On May 13, 2019, Delaware Governor John Carney announced that seven projects statewide would receive $3.2 million from Delaware’s Strong Neighborhoods Housing Fund to help revitalize communities by addressing vacant, abandoned or foreclosed properties.
“These projects will be helping families and individuals who need housing, while strengthening the neighborhoods in which they are located, revitalizing properties that have fallen into disrepair and bringing people back to live in them,” said Delaware State Housing Authority (DSHA) Director Anas Ben Addi.
The Strong Neighborhoods Housing Fund is used to support community development, address crime and transform neighborhoods that are experiencing blight or other forms of stress. Through the program, abandoned properties are removed, renovated or replaced and sold to low-income residents who then become homeowners.
This is the third round of funding since the Strong Neighborhoods Housing Fund was launched in 2015. The investment of $3.2 million will leverage an estimated $9.4 million in private or other funding sources and lead to more than 60 new or rehabilitated housing units in Wilmington, New Castle County, Dover, Milford and Georgetown.
“Many of the communities in our state continue to feel the ripple effects of the recession and the foreclosure crisis,” said Governor Carney. “The Strong Neighborhoods program provides organizations working in these communities the resources to acquire abandoned properties, renovate or remove them and build beautiful homes in their place. The funding announced today will directly impact families by improving communities and providing increased access to homeownership.”
The housing projects chosen for funding in this round are:
- Central Baptist Community Development Corporation (CBCDC): $500,000 to address and rehabilitate 10 vacant properties in the city’s East Side Neighborhood. This project is a joint effort between the CBCDC and Cinnaire Solutions.
- Cinnaire Solutions: $450,000 for acquisition, demolition and new construction of nine long-term vacant properties on the 600 block of W. 8th Street in West Center City. This project is a partnership between Cinnaire and the Delaware Valley Development Company, a long-standing Delaware-based affordable housing developer.
- Wilmington Neighborhood Conservancy Land Bank (WNCLB): $505,000 to acquire and demolish 10 or more vacant properties on the 600 block of N. Jefferson Street in West Center City. This project supports the same neighborhood of vacant properties as the Cinnaire project.
New Castle County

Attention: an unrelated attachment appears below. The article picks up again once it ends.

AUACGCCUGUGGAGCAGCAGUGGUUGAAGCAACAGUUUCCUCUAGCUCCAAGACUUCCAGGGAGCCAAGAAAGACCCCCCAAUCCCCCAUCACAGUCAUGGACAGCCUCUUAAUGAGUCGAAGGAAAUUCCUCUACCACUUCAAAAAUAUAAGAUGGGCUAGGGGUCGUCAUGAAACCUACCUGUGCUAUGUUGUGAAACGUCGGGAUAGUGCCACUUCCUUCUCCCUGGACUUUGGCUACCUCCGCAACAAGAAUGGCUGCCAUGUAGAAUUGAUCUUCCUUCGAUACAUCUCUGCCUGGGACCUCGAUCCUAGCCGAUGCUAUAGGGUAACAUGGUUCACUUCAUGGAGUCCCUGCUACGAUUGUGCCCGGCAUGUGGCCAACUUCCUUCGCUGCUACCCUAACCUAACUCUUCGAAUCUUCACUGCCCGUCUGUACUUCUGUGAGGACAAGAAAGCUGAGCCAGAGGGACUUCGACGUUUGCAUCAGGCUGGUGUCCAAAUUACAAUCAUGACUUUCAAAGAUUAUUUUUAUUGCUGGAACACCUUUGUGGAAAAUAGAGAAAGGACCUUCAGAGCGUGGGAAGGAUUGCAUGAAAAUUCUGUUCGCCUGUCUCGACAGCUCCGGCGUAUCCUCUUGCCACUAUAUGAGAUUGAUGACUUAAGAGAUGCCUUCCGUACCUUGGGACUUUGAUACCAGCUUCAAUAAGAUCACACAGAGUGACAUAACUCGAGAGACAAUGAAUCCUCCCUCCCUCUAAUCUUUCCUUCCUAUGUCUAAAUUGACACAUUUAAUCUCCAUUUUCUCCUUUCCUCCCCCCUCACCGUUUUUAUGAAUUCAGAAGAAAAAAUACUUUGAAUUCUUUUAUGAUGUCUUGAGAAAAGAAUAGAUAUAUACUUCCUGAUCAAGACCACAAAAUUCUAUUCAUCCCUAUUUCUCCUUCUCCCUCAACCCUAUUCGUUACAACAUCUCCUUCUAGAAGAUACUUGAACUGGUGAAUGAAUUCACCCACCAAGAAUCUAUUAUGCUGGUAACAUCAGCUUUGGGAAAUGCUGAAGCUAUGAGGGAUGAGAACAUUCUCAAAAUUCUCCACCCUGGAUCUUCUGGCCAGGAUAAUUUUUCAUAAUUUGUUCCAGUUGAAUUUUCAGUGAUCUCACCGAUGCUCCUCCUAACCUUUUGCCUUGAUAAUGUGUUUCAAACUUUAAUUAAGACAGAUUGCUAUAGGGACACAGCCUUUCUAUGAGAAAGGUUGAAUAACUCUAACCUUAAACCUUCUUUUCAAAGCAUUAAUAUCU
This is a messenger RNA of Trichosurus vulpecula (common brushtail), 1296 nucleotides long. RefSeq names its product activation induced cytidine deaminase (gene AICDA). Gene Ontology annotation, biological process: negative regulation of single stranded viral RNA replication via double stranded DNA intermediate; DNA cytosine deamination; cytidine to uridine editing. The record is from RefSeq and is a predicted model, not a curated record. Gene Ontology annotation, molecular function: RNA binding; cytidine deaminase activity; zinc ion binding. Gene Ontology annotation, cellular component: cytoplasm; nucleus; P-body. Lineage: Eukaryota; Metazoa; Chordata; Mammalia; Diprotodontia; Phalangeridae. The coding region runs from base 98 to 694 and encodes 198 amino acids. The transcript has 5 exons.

- New Castle County Department of Community Services, $400,000 to continue revitalization efforts along the Route 9 corridor. Funds will be used to purchase and renovate four blighted and vacant homes in the Collins Park community and four additional homes in the distressed community of Edgemoor Gardens.
- NCALL Research, $500,000 to support 10 newly constructed homes in the Restoring Central Dover target area within the Downtown Development District (DDD). This is a partnership between NCALL and Central Delaware Habitat for Humanity.
- Milford Housing Development Corporation (MHDC), $350,000 to support seven newly constructed or rehabbed homes. This work will take place in the neighborhoods surrounding downtown Milford where several DDD projects are already underway.
- Sussex County Habitat for Humanity, $500,000 to identify and acquire 10 properties in the Kimmeytown neighborhood. Two properties will be sold to the MHDC to reconstruct or rehabilitate.
The CBCDC in Wilmington will use Strong Neighborhoods funding as they continue efforts to improve the East Side of the city.
“The East Side community has historically faced low home ownership levels and high levels of vacancy and blight. This funding will have a significant impact on stabilizing this neighborhood and creating greater opportunity for homeownership in an area that has previously seen few homeowners,” said Rev. Dr. Terrence Keeling, President and CEO of the CBCDC.
In Dover, NCALL and Central Delaware Habitat for Humanity will use Strong Neighborhoods funding to continue efforts to address dilapidated properties within neighborhoods around Queen Street, North New Street and North Kirkwood Street. The target area is made up of 75 blocks within the downtown Dover area with a homeownership rate of just 25 percent.
“Dover is grateful to the Governor and DSHA for their support of our efforts to strengthen city neighborhoods,” said Dover Mayor Robin Christiansen. “With these funds, we can continue to address these blighted properties and give residents of these communities the opportunity to become homeowners.”
Sussex County Habitat for Humanity will use their $500,000 award to improve the Georgetown neighborhood known as Kimmeytown.
“Many of the homes in this part of the town are dilapidated and in need of significant repair, with overcrowding and absentee landlords creating a stock of vacant and blighted housing. Working with the Kimmeytown Partnership, this funding will allow us to completely transform this area,” said Kevin Gilmore, executive director of the Sussex County Habitat for Humanity.
Since the launch of the Strong Neighborhoods Housing Fund in 2015, $11.25 million has been awarded to organizations throughout the state, leveraging an estimated $34.2 million in private and other investment.
The program was initially funded using one-time bank settlement dollars and is now funded with a $3 million allocation in the FY 2019 state bond bill. Including these new awards, the Strong Neighborhoods Housing Fund has provided resources to remove, renovate, or replace more than 230 blighted properties throughout the state.
Photo courtesy of Delaware State Housing Authority.